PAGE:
When All is Ruin Once Again”; impressionistic, elusive and impressive.

The filmic essay is a very par­tic­u­lar breed. Part of this the gold­en age of tele­vi­sion that we’re all lux­u­ri­at­ing in has been the pletho­ra of extra­or­di­nary doc­u­men­taries that the small screen now has to offer. Most con­spic­u­ous­ly with BBC4’s Sto­ryville strand, reviewed by me ear­li­er here. But the filmic essay is some­thing else entirely.

Adam Cur­tis, reviewed by me ear­li­er here, is the best exam­ple cur­rent­ly of some­one pro­duc­ing this very spe­cif­ic type of doc­u­men­tary. There are plen­ty of indi­vid­u­als who attack a sub­ject and pur­sue a par­tic­u­lar polemic in a con­scious­ly objec­tive man­ner. But an essay is an active attempt to try to under­stand something. 

Adam Cur­tis’ very per­son­al med­i­ta­tion on Afghanistan.

It’s open and ques­tion­ing where more con­ven­tion­al doc­u­men­taries are cru­sad­ing and con­fronta­tion­al. And When All is Ruin Once Again is a con­fi­dent and orig­i­nal addi­tion to its ranks.

The film is set in Gort, on the bor­der of Clare and Gal­way in the west of Ire­land, and is framed by the open­ing of a sec­tion of the motor­way between Gort and Crusheen, in 2010. But its com­ple­tion is prompt­ly abort­ed as what was then the reces­sion took hold. And it wasn’t until 2017 that it even­tu­al­ly came to be completed. 

The hus­band and wife team of Kei­th Walsh and Jill Beardsworth moved to Gort in 2010 and made the film over the fol­low­ing sev­en years. Doc­u­ment­ing the changes that the coun­try, and espe­cial­ly the West has under­gone, as we moved effec­tive­ly from the 19thcen­tu­ry into the 21stover a peri­od of lit­tle more than twen­ty years. And few things encap­su­late that change as per­ti­nent­ly as the trans­for­ma­tion ren­dered by the con­struc­tion of a motorway.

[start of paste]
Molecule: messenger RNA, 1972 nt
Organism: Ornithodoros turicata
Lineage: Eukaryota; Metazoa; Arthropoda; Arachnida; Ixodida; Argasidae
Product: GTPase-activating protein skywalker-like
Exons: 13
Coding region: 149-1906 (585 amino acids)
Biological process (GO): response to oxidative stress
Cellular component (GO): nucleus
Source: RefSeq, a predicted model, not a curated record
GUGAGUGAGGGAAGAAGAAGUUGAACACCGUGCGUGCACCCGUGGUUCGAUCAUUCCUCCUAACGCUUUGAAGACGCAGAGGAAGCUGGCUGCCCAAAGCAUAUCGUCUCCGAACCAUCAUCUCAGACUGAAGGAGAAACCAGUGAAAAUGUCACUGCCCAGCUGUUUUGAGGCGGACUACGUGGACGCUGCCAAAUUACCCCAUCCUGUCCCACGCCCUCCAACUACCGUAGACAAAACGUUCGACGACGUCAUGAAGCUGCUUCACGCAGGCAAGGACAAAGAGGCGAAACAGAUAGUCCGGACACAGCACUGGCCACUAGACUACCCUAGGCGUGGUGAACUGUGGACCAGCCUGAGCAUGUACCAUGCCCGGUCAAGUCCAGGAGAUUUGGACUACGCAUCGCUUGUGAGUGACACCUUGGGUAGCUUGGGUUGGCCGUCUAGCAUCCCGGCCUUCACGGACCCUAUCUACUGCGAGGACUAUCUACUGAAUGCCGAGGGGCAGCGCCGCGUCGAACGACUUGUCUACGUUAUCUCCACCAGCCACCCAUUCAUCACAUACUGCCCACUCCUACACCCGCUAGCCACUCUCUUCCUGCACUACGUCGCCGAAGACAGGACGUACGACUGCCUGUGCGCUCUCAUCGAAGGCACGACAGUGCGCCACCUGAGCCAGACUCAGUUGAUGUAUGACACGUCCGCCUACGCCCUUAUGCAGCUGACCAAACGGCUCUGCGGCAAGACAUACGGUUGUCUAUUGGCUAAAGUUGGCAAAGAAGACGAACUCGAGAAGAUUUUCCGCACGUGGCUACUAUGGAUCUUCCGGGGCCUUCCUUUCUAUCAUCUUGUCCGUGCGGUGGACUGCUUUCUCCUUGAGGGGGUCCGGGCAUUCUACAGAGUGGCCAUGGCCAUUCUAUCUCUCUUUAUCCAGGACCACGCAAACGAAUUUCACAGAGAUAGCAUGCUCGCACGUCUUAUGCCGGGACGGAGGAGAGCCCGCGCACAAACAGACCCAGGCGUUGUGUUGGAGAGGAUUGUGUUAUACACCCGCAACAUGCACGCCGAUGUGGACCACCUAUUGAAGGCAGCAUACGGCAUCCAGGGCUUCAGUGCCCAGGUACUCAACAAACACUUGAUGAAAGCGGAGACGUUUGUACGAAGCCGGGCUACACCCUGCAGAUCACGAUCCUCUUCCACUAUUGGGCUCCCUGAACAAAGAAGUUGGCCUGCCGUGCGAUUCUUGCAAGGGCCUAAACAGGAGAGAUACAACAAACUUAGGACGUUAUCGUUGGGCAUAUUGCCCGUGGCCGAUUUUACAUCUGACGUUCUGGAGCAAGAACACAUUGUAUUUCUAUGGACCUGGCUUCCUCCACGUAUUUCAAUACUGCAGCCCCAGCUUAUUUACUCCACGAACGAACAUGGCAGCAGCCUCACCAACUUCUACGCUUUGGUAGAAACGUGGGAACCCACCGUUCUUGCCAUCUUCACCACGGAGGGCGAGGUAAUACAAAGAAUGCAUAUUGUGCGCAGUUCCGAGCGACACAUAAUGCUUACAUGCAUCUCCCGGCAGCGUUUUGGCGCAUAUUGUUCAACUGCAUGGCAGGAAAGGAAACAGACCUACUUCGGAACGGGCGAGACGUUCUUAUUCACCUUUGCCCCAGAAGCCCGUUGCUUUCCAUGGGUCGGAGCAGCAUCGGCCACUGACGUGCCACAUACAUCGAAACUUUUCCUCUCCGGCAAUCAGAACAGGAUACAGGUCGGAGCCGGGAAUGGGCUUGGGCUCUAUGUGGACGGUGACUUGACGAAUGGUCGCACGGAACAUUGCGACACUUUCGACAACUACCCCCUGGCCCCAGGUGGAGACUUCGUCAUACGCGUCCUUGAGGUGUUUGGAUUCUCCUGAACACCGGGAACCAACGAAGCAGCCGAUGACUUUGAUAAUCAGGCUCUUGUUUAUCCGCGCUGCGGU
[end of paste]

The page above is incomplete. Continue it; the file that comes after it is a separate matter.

But the film refrains from lazi­ly con­trast­ing a noble if aus­tere past sul­lied by the enforced tran­si­tion to a crass, mate­ri­al­is­tic future. In which an Irish iden­ti­ty has been sac­ri­ficed on the altar of glob­al­iza­tion. What you get instead is a thought­ful and gen­tle por­trait of one gen­er­a­tion qui­et­ly mak­ing way for the nec­es­sary arrival of the next.

For the most part, the film avoids the sort of hec­tor­ing you might have feared giv­en the sub­ject mat­ter. It does take one mis­step. It ends with a voice over issu­ing a bog stan­dard warn­ing of the immi­nent envi­ron­men­tal cat­a­stro­phe that unchecked glob­al warm­ing presents. Which is a shame. Because that’s exact­ly that kind of tedious didac­ti­cism that the rest of the film so impres­sive­ly avoids. 

Apart from which, When All is Ruin Once Again is a refresh­ing­ly sub­tle and qui­et­ly per­son­al por­trait of a world in tran­si­tion. Which is nei­ther good nor bad. It sim­ply is, and ever thus will it be.

You can and should see it on the RTE Play­er. And you can see the trail­er for When All is Ruin Once Again below (though I should point out, a tad dis­ap­point­ing­ly if inevitably, it’s a pret­ty mis­lead­ing trail­er. The actu­al film is, hap­pi­ly, much less didac­tic than the trail­er implies.)

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